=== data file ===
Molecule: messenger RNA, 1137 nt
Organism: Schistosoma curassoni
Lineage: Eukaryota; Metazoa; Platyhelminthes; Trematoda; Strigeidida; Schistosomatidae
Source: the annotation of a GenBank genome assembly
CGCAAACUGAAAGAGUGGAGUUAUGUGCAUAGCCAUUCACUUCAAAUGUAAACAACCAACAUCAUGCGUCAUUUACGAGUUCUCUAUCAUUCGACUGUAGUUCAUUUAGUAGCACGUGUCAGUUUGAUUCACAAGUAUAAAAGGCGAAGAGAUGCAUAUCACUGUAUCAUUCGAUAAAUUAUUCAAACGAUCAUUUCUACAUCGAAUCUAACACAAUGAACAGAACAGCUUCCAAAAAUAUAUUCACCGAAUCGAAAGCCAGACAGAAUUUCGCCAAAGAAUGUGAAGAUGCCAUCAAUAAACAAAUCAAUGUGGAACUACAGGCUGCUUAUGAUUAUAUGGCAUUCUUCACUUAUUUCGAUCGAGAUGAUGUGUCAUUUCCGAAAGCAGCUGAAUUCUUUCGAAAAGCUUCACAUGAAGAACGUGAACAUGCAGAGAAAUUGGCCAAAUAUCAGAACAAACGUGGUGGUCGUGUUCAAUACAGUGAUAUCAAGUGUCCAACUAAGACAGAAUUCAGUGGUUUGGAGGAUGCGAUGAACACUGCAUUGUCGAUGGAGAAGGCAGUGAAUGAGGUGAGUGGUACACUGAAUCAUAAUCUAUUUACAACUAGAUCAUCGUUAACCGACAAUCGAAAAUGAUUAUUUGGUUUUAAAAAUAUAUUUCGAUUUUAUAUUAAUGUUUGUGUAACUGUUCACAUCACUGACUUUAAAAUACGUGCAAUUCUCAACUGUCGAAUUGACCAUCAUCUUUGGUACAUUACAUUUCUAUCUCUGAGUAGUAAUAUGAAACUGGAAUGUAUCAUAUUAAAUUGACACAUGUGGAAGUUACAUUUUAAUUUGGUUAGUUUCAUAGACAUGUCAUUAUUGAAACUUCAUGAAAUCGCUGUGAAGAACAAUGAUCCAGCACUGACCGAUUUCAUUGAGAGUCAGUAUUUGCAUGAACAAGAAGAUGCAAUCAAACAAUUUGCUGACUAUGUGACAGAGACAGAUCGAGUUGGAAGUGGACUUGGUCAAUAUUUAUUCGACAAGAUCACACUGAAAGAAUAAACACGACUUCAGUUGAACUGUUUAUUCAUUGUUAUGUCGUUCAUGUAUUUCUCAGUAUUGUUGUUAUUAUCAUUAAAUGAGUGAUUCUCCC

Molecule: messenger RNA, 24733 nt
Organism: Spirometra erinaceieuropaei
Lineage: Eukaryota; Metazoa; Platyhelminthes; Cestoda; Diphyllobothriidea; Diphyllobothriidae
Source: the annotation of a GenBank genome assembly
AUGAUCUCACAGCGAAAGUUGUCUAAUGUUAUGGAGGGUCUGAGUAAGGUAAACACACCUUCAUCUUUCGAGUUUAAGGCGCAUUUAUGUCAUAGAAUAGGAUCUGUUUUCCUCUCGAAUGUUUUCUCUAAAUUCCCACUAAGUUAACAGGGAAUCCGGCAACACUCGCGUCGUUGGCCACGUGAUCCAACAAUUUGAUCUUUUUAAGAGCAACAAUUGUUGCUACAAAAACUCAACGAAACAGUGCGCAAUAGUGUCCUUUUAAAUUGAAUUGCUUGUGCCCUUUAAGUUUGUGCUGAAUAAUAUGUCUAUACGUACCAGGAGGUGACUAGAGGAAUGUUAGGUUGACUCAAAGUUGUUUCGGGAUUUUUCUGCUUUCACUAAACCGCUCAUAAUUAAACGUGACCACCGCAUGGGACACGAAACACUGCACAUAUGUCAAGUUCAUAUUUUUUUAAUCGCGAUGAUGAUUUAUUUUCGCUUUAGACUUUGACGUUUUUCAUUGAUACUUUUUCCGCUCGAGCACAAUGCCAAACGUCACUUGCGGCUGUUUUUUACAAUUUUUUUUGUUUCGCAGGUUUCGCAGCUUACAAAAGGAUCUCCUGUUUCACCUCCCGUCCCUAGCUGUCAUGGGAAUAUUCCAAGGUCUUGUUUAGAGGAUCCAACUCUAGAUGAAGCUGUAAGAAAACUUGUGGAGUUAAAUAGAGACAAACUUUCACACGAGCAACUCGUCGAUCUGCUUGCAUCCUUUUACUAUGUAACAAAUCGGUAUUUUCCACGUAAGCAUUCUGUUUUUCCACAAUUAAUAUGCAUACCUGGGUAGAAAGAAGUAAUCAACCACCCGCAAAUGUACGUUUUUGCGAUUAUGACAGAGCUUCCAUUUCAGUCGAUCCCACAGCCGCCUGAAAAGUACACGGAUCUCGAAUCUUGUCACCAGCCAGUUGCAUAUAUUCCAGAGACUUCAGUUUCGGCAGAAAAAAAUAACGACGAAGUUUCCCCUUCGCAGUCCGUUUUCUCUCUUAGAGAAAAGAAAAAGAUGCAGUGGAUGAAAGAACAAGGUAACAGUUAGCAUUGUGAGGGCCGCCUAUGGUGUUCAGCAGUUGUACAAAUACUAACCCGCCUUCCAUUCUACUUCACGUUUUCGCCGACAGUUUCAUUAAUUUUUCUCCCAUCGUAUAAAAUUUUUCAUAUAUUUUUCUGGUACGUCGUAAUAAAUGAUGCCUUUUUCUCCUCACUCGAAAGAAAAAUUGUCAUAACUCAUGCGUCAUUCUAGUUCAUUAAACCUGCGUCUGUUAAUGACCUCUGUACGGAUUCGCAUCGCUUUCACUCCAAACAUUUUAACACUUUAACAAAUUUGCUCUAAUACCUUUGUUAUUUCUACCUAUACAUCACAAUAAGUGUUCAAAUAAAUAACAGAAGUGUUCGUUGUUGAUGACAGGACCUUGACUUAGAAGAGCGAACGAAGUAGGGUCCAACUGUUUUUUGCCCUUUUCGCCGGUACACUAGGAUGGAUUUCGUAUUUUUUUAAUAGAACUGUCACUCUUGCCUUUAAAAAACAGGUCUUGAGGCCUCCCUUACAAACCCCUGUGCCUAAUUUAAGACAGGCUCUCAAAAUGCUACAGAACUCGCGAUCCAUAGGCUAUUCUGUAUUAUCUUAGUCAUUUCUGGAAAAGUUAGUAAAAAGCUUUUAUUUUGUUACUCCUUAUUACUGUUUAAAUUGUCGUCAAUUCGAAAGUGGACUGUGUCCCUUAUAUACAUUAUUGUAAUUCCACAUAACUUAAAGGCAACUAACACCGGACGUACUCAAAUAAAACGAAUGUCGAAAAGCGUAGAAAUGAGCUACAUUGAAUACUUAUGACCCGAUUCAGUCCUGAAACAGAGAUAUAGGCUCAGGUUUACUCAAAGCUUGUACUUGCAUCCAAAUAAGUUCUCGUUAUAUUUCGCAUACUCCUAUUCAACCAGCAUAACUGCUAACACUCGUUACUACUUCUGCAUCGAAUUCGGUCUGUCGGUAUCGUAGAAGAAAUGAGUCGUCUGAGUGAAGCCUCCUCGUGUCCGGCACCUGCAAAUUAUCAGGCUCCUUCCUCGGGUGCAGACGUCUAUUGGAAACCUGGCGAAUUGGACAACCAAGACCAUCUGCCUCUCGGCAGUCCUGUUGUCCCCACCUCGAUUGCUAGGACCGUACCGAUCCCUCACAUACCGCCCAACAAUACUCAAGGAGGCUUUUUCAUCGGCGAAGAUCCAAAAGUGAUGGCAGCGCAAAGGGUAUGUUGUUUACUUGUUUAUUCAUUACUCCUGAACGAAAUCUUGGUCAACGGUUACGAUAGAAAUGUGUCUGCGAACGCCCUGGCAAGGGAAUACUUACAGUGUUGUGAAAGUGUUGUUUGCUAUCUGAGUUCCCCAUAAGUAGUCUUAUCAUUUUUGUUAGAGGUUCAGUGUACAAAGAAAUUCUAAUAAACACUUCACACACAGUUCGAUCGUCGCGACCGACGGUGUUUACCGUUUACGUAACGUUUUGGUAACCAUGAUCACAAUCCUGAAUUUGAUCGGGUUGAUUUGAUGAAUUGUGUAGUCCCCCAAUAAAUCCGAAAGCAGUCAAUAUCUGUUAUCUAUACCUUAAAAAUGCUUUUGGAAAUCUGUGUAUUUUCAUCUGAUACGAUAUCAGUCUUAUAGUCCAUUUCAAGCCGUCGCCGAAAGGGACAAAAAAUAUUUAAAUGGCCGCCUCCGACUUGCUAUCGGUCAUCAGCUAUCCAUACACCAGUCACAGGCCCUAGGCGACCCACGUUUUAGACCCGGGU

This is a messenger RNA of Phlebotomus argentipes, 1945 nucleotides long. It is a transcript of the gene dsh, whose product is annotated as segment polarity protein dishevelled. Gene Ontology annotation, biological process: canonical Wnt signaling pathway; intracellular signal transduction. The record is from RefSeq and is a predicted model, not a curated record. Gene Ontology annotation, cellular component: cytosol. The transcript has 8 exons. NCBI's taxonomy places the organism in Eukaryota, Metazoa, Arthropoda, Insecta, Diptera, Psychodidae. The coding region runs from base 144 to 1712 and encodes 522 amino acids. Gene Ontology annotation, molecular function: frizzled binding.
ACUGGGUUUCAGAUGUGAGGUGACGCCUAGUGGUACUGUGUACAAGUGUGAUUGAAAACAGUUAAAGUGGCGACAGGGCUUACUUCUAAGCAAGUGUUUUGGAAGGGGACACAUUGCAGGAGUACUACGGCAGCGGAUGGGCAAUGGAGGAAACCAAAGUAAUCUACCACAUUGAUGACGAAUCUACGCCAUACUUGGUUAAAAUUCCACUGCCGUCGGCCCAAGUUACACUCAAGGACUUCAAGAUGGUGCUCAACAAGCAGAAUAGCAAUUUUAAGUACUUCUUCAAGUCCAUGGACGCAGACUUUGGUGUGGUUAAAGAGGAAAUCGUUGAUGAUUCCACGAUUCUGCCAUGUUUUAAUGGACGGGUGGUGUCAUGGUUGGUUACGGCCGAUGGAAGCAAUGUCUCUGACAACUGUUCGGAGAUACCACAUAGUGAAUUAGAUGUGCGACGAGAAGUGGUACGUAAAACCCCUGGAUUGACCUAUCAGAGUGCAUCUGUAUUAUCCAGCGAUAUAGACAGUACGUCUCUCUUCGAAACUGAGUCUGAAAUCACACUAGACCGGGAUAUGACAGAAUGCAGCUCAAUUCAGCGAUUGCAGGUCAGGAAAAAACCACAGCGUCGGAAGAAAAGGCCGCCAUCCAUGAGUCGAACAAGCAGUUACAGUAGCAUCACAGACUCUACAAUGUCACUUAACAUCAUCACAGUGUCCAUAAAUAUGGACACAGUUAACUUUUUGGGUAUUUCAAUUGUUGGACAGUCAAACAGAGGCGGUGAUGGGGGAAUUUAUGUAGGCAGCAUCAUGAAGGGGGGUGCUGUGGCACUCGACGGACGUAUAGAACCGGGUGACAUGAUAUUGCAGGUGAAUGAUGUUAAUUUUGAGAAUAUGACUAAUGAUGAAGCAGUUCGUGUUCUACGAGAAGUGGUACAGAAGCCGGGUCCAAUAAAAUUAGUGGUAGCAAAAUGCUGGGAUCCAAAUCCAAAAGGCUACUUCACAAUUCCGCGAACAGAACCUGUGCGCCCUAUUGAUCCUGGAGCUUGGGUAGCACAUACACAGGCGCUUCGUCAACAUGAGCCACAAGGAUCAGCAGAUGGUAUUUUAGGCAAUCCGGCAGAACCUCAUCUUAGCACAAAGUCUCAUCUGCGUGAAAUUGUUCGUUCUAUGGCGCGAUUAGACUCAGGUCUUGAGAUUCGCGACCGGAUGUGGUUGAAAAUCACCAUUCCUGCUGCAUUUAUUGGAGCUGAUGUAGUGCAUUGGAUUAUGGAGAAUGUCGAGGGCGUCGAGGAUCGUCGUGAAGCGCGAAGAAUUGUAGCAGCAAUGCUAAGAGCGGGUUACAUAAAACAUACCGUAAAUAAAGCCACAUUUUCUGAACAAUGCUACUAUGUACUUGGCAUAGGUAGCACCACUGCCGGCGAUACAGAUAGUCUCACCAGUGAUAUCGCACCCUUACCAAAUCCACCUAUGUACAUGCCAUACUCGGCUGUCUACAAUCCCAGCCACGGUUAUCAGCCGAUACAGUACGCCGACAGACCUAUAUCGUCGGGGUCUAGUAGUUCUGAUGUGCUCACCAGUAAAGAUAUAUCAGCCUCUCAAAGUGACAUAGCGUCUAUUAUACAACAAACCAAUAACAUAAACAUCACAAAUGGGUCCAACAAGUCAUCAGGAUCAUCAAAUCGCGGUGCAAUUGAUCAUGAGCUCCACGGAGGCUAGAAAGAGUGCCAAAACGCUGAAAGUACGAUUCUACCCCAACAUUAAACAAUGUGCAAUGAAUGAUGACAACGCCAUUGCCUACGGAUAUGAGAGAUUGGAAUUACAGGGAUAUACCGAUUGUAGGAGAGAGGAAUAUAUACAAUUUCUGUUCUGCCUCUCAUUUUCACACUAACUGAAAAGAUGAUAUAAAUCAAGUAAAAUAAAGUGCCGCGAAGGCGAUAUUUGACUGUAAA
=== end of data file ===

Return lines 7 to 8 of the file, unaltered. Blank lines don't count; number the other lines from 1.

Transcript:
Organism: Spirometra erinaceieuropaei
Lineage: Eukaryota; Metazoa; Platyhelminthes; Cestoda; Diphyllobothriidea; Diphyllobothriidae